Rothaar Mountains

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Rothaar Mountains
Rothaargebirge - Deutsche Mittelgebirge, Serie A-de.png
Map of the Rothaar Mountains
Highest point
Elevation843 m above NN
Area2,250 km2 (870 sq mi)
StatesNorth Rhine-Westphalia and Hesse
Range coordinates51°05′N 8°15′E / 51.083°N 8.250°E / 51.083; 8.250Coordinates: 51°05′N 8°15′E / 51.083°N 8.250°E / 51.083; 8.250
Parent rangeRhenish Slate Mountains
Orogenylow mountains
The location of the Rothaar Mountains in Germany

The Rothaar Mountains[1][2][3][4][5] (German: Rothaargebirge, pronounced [ˈʁoːthaːɐ̯ɡəˌbɪʁɡə] (About this soundlisten), also Rotlagergebirge), or Rothaar, is a low mountain range reaching heights of up to 843.1 m in North Rhine-Westphalia and Hesse, Germany.

It is believed that its name must once have been Rod-Hard-Gebirge, or "the cleared forest mountain range", as the range has nothing whatsoever to do with the colour red (rot in German), nor with hair (Haar).


View from Kahler Asten, one of the range's highest peaks


The thickly wooded Rothaar, rich in mineral deposits, is found (mostly) in Westphalia sandwiched between the Sauerland Mountain Range to the north, the Upland mountain range (northeastern foothills of the Rothaar) to the northeast, Wittgenstein Land to the southeast and the Siegerland to the southwest. The range's southeastern foothills are lies in Hesse, and is the only part that lies outside of Westphalia. It stretches from the upper Eder and the Lenne from the Kahler Asten (841 m) southwest of the Winterberg Tableland (Winterberger Hochfläche) some 30 km to the southwest and drops off steeply towards the west, but much less sharply towards the east.

The Rothaar is a narrow, banklike mountain chain, mostly over 600 m forming a large part of the Rhine Massif (Rheinisches Schiefergebirge). The highest peak in the Rothgaar Mountains is the Langenberg at 843.1 m. The elevation of other mountains in the area are only slightly lower so that the individual mountains that make up the range ' hardly stand out from each other.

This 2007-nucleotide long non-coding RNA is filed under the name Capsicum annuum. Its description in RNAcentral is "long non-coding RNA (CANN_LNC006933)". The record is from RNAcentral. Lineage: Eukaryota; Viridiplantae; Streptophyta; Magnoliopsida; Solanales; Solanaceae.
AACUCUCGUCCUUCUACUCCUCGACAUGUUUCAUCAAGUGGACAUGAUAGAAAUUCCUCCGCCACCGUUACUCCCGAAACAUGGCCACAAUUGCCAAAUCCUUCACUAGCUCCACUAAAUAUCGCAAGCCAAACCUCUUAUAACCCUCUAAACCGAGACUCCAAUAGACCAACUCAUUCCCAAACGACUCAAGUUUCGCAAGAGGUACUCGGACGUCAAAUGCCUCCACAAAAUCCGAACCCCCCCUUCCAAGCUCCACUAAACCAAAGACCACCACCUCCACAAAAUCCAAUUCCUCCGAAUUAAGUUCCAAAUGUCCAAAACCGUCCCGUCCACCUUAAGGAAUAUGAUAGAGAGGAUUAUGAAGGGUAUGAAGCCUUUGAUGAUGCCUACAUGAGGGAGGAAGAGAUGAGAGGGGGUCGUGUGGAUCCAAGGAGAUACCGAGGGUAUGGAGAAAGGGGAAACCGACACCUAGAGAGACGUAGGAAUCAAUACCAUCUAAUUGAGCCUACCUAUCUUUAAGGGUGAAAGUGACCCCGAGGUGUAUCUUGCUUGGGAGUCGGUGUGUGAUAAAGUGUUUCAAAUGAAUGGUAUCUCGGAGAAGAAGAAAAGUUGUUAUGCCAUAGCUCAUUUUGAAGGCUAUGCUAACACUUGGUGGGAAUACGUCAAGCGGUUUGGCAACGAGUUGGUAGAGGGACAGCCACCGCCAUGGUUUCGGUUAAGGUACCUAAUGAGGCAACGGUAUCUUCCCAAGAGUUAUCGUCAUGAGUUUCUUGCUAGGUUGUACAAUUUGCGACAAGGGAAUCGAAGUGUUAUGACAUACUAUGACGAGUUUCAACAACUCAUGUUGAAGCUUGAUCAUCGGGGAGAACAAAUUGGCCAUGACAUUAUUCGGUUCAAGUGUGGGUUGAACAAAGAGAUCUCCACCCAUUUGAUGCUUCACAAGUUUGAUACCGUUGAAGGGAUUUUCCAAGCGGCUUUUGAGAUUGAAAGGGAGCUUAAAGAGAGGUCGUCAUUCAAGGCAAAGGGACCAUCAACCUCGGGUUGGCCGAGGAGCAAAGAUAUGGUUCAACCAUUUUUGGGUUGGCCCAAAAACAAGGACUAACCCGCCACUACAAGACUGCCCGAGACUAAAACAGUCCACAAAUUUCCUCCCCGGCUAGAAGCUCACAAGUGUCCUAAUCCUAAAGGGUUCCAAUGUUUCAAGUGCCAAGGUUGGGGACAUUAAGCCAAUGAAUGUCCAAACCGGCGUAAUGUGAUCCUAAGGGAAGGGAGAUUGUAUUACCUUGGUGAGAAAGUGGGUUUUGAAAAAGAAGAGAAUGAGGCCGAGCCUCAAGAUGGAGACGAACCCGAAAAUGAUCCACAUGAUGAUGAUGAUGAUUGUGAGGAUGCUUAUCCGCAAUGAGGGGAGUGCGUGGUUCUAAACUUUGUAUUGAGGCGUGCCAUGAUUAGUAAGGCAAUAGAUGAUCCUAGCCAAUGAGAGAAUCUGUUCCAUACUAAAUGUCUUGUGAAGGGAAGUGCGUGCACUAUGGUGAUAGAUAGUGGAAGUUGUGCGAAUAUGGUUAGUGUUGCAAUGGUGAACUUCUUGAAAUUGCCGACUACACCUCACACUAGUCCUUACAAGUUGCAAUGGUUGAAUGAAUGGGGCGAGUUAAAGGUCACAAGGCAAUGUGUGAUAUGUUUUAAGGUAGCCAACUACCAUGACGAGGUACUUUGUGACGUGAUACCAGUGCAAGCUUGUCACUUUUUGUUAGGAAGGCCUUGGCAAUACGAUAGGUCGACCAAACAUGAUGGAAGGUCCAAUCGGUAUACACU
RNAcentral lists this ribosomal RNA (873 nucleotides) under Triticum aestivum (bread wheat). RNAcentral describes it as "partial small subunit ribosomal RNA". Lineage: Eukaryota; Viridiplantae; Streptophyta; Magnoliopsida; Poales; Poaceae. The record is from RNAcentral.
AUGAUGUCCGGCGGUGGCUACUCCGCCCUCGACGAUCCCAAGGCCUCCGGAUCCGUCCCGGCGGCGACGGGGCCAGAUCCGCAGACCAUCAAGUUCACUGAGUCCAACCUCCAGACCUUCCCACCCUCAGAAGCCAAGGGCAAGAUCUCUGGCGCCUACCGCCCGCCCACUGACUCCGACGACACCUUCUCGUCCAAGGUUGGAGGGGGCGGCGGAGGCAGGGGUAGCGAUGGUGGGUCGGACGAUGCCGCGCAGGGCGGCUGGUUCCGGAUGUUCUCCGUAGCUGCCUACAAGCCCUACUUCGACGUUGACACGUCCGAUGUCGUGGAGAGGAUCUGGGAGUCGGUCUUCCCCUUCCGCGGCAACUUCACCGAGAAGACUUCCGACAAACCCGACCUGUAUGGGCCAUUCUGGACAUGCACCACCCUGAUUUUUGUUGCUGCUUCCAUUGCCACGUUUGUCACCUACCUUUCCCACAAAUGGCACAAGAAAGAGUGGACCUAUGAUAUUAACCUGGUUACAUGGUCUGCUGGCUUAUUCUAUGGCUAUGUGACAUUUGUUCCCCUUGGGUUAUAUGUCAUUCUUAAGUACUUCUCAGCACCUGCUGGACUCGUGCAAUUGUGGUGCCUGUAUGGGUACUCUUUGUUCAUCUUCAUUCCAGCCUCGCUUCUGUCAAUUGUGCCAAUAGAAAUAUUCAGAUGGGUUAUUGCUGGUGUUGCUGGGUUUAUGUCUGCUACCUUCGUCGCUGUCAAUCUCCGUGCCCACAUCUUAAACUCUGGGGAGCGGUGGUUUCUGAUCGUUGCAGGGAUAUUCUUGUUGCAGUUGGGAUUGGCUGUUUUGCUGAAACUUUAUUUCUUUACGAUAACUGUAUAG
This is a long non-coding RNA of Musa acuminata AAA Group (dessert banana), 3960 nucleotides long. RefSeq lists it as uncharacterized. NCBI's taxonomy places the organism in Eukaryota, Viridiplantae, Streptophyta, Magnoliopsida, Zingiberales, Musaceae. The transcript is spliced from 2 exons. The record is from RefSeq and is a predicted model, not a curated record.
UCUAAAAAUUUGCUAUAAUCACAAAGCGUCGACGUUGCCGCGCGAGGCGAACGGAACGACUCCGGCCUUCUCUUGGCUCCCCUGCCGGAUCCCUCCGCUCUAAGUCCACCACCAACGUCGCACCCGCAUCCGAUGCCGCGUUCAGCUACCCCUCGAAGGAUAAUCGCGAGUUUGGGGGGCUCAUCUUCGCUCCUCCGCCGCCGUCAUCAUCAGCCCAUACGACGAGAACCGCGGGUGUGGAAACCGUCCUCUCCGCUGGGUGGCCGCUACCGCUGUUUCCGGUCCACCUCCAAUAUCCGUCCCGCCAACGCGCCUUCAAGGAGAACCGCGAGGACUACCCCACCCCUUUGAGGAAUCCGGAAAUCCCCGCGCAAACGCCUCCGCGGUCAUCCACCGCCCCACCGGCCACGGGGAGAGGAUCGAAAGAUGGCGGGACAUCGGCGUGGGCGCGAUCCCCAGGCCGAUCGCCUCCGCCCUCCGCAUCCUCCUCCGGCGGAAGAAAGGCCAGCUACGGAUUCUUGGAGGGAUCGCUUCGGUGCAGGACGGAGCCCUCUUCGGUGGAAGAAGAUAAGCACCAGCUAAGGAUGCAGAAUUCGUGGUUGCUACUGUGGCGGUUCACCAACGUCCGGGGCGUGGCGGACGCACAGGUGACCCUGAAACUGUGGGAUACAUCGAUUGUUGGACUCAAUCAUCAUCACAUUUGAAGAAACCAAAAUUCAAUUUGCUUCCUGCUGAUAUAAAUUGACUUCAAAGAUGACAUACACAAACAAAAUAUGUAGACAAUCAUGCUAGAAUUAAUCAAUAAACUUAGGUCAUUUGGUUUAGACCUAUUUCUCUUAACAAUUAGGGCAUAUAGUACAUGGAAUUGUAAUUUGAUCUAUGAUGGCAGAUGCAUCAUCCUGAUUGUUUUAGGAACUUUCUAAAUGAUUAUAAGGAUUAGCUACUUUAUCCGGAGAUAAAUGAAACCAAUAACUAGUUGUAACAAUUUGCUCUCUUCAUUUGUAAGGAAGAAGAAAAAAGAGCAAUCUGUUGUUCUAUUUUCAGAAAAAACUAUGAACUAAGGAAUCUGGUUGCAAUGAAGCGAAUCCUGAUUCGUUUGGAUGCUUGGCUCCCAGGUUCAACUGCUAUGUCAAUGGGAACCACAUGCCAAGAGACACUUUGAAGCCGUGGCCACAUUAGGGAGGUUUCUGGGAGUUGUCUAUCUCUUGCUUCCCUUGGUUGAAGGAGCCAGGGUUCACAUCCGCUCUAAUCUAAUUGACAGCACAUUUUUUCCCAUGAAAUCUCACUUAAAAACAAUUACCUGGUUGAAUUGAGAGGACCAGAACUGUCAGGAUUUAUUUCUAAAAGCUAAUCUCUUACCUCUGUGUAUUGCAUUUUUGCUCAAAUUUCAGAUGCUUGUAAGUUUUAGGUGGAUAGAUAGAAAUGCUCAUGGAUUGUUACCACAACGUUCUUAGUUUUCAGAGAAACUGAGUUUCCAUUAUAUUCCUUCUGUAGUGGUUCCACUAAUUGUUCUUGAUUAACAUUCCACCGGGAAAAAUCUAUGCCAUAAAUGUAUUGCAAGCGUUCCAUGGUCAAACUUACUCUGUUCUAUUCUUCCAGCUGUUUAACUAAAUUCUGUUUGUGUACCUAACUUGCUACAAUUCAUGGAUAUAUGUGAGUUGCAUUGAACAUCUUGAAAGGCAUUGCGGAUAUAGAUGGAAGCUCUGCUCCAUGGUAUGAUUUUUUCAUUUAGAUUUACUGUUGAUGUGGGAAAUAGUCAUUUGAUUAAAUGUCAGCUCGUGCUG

The Rothaar Mountains are more or less co-extensive with the Rothaar Mountain Nature Park, parts of which do, however, reach into adjacent areas.

Bodies of water[edit]

Source of the Lahn

In the northern Rothaar rise, among others, the rivers Diemel, Lenne, Neger, Nuhne, Odeborn, Orke, Ruhr, Wenne and Wilde Aa. In the south rise the Dill, Eder, Ferndorfbach, Ilse, Lahn and Sieg. Over the range runs the Rhine-Weser watershed. In the farthest southwest of the Rothaar are the Obernau and Breitenbach dams.


Among the best known (but not necessarily the highest) of the Rothaar's peaks, which consist partly of porphyry, are (including all "Achthunderter", or "eight-hundreders", sorted by height):

  • Langenberg (843.1 m)
  • Hegekopf (842.9 m)
  • Kahler Asten (841 m)
  • Clemensberg (838 m)
  • Ettelsberg (837.7 m)
  • Hopperkopf (831 m)
  • Hunau (818 m)
  • Ziegenhelle (816 m)
  • Wallershöhe (812 m)
  • Bremberg (809 m)
  • Hillekopf (801 m)
  • Hoppernkopf (801 m)
  • Ruhrkopf (696 m)
  • Sackpfeife (674 m)
  • Dreiherrnstein (673 m)
  • Milsenberg (670 m)
  • Ederkopf (655 m)
  • Giller (653 m)
  • Kindelsberg (617.9 m)

The German Wikipedia has a more exhaustive list of the Rothaar's many peaks.


In the Rothaar Mountains and/or the Rothaar Mountain Nature Park or their outskirts are found, among others, these municipalities:


Sculpture Stone-Age Man near Bad Berleburg-Kühhude

Many hiking trails run through the Rothaar Mountains, among others the Rothaar Path, a 154 km-long trail through the heights, and the Waldskulpturenweg ("Forest Sculpture Way") along which are found various sculptures and other artworks by different artists.

In winter, many sporting opportunities beckon visitors to the range. Suitable facilities for this include the Postwiesen skiing area (near Neuastenberg), the Skiliftkarussell Winterberg and Snow World Züschen.

Within or on the outskirts of the Rothaar are found the Panorama-Park Sauerland and Fort Fun Abenteuerland amusement parks.

Free-ranging wisents[edit]

In 2011 began the reintroduction of free-ranging wisents into the Rothaar Mountains.[6] The project is, however, not without its controversy in the region, with cultivators in particular worrying about possible damage that the creatures might do.


  1. ^ Pollock, J.K. and Thomas, H.L. (1952). Germany in Power and Eclipse: the background og German development, Van Nostrand, p. 424.
  2. ^ Keller, R.E. (1979). German Dialects: Phonology and Morphology, p. 301.
  3. ^ Deutsche Lufthansa (1953-). The tourist's atlas of Germany, p. 20.
  4. ^ Lyde, L.W. (1926). The continent of Europe, Macmillan, pp. 306 and 329.
  5. ^ Clapham, Sir John Harold et al. (1941). The Cambridge Economic History of Europe from the Decline of the Roman Empire: The agrarian life of the Middle Ages, Cambridge University Press, p. 29.
  6. ^ "Wisent-welt". Retrieved 11 December 2017.

External links[edit]